[moh-hee-guh n]

noun, plural Mo·he·gans, (especially collectively) Mo·he·gan.

a member of a group of Pequot Indians that broke with the Pequot and then fought against them in the Pequot War. Unabridged Based on the Random House Unabridged Dictionary, © Random House, Inc. 2019

Examples from the Web for mohegan

Historical Examples of mohegan

  • A Mohegan Indian was in advance of all the rest of the company in the pursuit.

    King Philip

    John S. C. (John Stevens Cabot) Abbott

  • The eye of the Great Spirit can see from the clouds—the bosom of Mohegan is bare!

    The Pioneers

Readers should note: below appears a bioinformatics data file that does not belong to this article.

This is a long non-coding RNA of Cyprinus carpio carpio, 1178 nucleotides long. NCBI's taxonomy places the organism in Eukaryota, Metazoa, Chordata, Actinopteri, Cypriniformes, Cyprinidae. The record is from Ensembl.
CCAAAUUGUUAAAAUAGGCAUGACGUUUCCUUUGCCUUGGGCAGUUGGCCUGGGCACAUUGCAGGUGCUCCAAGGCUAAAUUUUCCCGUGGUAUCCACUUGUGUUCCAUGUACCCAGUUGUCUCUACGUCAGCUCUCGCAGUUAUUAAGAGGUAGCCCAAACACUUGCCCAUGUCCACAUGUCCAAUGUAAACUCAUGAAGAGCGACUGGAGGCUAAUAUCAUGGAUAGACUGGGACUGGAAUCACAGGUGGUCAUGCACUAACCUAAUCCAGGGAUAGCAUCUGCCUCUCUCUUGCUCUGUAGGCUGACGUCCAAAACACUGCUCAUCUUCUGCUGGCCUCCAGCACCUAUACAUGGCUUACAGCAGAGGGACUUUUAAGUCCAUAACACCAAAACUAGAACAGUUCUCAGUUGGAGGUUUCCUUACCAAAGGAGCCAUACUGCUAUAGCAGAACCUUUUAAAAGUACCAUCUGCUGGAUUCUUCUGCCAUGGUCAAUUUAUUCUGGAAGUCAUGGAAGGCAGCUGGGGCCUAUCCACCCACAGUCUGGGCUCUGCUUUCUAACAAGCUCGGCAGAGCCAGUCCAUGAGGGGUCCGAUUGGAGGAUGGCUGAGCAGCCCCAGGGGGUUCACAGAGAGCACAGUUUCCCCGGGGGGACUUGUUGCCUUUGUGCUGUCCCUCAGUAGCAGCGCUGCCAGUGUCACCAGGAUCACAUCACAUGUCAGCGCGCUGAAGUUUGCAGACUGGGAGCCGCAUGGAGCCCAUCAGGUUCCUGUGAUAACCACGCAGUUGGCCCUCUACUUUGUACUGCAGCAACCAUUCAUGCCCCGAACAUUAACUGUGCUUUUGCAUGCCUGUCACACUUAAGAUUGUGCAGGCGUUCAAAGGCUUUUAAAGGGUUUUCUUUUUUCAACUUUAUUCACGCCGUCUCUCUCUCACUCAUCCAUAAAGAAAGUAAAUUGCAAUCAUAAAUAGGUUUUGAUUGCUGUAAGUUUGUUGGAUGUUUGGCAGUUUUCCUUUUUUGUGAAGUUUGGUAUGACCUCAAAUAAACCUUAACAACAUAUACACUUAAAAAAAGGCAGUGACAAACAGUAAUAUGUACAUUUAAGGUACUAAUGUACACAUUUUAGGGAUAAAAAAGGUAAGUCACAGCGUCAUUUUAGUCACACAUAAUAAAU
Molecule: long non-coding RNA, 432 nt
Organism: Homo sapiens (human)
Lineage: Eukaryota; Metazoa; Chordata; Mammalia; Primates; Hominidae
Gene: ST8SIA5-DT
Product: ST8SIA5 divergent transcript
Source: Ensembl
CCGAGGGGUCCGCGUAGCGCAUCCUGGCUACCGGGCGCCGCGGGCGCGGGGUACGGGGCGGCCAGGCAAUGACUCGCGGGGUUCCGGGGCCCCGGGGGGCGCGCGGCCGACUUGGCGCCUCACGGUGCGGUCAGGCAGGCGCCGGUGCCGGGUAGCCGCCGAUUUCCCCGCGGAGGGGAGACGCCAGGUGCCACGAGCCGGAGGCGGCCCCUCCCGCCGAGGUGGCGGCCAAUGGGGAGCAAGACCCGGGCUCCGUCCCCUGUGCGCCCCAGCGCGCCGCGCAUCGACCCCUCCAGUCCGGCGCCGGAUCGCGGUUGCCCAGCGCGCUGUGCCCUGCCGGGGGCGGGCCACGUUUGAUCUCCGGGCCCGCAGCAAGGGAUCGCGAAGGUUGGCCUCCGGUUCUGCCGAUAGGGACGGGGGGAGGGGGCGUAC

James Fenimore Cooper

  • Mohegan dropped his head in his blanket, and sat in silence.

    The Pioneers

    James Fenimore Cooper

  • More recent, and the best remembered of all, is the wreck of the Mohegan, in 1898.

    The Cornwall Coast

    Arthur L. Salmon

  • But the friendly Mohegan warriors gathered about the Puritan leaders.

    Famous Indian Chiefs

    Charles H. L. Johnston